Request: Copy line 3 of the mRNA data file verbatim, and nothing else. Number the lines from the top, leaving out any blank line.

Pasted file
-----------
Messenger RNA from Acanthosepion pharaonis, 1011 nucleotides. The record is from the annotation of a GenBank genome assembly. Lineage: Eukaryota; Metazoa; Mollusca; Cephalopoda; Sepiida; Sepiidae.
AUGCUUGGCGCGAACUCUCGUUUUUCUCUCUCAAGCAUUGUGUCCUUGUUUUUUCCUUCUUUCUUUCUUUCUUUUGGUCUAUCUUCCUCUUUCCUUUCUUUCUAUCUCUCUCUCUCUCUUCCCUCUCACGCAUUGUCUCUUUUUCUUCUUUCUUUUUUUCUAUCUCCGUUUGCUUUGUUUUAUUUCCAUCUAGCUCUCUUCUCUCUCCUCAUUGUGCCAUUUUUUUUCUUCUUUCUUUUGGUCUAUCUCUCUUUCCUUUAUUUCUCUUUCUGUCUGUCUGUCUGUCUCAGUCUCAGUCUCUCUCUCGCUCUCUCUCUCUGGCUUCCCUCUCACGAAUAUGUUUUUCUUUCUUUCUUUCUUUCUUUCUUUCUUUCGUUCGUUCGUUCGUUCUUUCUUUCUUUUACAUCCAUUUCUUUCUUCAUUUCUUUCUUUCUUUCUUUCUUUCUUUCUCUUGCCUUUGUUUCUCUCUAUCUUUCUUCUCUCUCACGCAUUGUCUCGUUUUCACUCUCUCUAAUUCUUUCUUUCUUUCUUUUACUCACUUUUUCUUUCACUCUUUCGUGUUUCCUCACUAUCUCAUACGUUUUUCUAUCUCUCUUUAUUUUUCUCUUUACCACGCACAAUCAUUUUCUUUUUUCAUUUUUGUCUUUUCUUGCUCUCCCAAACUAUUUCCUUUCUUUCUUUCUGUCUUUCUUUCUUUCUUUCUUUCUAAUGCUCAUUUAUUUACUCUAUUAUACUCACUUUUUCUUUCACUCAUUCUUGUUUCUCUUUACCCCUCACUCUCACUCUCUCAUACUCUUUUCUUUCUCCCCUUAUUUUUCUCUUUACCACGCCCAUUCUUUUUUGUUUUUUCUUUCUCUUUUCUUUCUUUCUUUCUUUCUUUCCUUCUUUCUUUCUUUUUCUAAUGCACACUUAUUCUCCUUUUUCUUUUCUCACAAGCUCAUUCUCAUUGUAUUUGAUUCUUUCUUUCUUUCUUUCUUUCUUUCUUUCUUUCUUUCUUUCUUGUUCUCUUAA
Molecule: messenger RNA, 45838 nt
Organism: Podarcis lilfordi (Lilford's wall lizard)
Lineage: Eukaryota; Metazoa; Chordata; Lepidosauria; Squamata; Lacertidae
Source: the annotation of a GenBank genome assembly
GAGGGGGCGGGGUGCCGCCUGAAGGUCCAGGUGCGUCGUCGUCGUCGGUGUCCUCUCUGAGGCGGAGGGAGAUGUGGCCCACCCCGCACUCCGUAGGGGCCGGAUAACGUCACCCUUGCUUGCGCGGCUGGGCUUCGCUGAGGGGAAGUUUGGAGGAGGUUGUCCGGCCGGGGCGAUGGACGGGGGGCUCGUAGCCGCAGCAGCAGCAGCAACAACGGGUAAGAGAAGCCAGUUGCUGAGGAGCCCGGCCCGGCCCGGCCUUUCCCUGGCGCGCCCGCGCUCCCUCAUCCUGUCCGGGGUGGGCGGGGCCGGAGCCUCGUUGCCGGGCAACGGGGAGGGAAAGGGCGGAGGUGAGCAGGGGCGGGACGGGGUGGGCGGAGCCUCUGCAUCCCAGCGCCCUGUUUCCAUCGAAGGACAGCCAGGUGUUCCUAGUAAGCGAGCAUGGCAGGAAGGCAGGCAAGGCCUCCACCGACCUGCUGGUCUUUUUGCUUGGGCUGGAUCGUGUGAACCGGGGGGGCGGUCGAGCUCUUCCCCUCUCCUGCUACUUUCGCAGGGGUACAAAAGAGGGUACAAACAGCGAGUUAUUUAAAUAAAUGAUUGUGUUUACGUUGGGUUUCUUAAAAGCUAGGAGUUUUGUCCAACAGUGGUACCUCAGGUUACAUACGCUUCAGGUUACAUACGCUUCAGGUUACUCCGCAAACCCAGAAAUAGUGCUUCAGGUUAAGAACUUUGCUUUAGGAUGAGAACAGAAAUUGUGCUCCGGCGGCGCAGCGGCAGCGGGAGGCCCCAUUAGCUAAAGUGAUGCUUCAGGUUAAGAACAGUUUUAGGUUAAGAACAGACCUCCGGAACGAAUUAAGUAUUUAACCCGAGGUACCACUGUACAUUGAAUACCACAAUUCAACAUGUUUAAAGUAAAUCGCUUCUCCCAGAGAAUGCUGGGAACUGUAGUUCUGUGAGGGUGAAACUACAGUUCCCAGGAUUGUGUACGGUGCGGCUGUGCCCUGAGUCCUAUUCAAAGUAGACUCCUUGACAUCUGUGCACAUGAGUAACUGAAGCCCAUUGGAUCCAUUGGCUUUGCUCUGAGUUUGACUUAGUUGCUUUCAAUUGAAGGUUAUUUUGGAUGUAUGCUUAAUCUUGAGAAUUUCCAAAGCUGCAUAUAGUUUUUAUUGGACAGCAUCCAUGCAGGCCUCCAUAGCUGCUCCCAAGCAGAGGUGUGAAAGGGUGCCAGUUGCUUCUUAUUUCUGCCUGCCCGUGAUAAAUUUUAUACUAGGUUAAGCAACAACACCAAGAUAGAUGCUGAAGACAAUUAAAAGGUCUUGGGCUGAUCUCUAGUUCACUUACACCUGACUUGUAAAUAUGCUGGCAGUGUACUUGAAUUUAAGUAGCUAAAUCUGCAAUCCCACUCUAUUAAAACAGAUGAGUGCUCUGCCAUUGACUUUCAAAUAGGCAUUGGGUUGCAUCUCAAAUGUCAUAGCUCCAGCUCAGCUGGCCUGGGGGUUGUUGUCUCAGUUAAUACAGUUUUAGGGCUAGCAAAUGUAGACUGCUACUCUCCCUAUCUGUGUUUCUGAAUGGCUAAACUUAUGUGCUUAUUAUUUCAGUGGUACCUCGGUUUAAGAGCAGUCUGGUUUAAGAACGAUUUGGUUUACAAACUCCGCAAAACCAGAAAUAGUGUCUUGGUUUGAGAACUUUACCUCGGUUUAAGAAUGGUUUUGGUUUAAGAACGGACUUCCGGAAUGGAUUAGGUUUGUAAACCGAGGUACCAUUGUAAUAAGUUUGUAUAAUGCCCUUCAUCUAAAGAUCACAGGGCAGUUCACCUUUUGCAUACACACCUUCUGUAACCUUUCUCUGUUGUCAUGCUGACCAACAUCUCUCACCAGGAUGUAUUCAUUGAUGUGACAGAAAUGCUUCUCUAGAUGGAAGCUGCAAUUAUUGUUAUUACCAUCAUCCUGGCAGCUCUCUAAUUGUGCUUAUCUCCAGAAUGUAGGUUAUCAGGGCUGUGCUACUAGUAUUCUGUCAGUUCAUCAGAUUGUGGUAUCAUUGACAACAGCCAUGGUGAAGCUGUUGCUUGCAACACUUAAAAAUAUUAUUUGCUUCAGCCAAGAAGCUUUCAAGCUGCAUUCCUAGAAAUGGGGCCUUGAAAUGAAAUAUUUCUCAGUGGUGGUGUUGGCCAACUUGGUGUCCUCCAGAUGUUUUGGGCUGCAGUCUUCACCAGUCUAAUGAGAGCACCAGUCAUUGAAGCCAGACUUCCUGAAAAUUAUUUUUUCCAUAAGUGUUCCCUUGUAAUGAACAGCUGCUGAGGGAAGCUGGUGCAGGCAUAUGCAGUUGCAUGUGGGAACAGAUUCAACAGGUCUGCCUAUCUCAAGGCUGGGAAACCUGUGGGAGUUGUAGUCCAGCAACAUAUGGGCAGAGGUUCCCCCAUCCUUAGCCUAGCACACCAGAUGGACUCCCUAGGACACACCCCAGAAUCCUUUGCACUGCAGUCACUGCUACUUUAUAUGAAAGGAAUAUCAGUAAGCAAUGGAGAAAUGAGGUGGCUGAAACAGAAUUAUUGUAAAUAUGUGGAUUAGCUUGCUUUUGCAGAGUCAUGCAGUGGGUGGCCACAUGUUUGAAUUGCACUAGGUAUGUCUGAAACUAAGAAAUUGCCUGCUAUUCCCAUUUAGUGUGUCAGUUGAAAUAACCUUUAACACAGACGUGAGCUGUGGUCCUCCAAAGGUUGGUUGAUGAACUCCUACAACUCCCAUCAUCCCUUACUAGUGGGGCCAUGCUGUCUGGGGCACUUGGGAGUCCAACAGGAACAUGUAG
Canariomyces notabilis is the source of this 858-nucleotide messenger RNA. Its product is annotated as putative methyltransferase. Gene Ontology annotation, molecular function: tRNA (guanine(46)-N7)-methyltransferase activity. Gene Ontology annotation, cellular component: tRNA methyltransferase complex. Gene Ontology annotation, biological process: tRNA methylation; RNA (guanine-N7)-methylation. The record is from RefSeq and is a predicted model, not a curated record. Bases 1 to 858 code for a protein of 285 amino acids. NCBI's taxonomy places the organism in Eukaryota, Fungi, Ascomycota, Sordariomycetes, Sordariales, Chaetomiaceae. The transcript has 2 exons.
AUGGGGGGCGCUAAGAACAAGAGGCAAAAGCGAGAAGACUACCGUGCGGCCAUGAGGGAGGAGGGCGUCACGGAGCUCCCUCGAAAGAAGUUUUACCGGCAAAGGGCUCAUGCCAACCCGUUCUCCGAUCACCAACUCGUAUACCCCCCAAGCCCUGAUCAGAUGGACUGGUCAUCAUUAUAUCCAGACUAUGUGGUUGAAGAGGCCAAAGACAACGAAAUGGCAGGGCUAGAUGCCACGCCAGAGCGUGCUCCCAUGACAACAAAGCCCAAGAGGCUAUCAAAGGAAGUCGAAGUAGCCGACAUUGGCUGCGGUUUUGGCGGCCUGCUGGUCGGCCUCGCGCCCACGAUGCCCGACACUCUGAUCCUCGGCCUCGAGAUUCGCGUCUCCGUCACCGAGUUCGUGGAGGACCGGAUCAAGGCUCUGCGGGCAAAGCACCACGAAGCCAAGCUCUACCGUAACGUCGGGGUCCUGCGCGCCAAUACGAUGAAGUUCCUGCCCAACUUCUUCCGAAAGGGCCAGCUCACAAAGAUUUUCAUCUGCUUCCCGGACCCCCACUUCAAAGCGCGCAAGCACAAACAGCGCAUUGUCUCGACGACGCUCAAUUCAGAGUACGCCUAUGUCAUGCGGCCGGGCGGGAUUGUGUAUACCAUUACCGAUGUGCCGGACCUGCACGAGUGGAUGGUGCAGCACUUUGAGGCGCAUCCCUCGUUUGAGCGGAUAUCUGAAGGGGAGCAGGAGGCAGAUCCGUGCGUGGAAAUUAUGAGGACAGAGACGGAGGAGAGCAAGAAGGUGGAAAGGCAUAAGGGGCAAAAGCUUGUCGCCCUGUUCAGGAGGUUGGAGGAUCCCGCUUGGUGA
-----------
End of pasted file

Molecule: messenger RNA, 45838 nt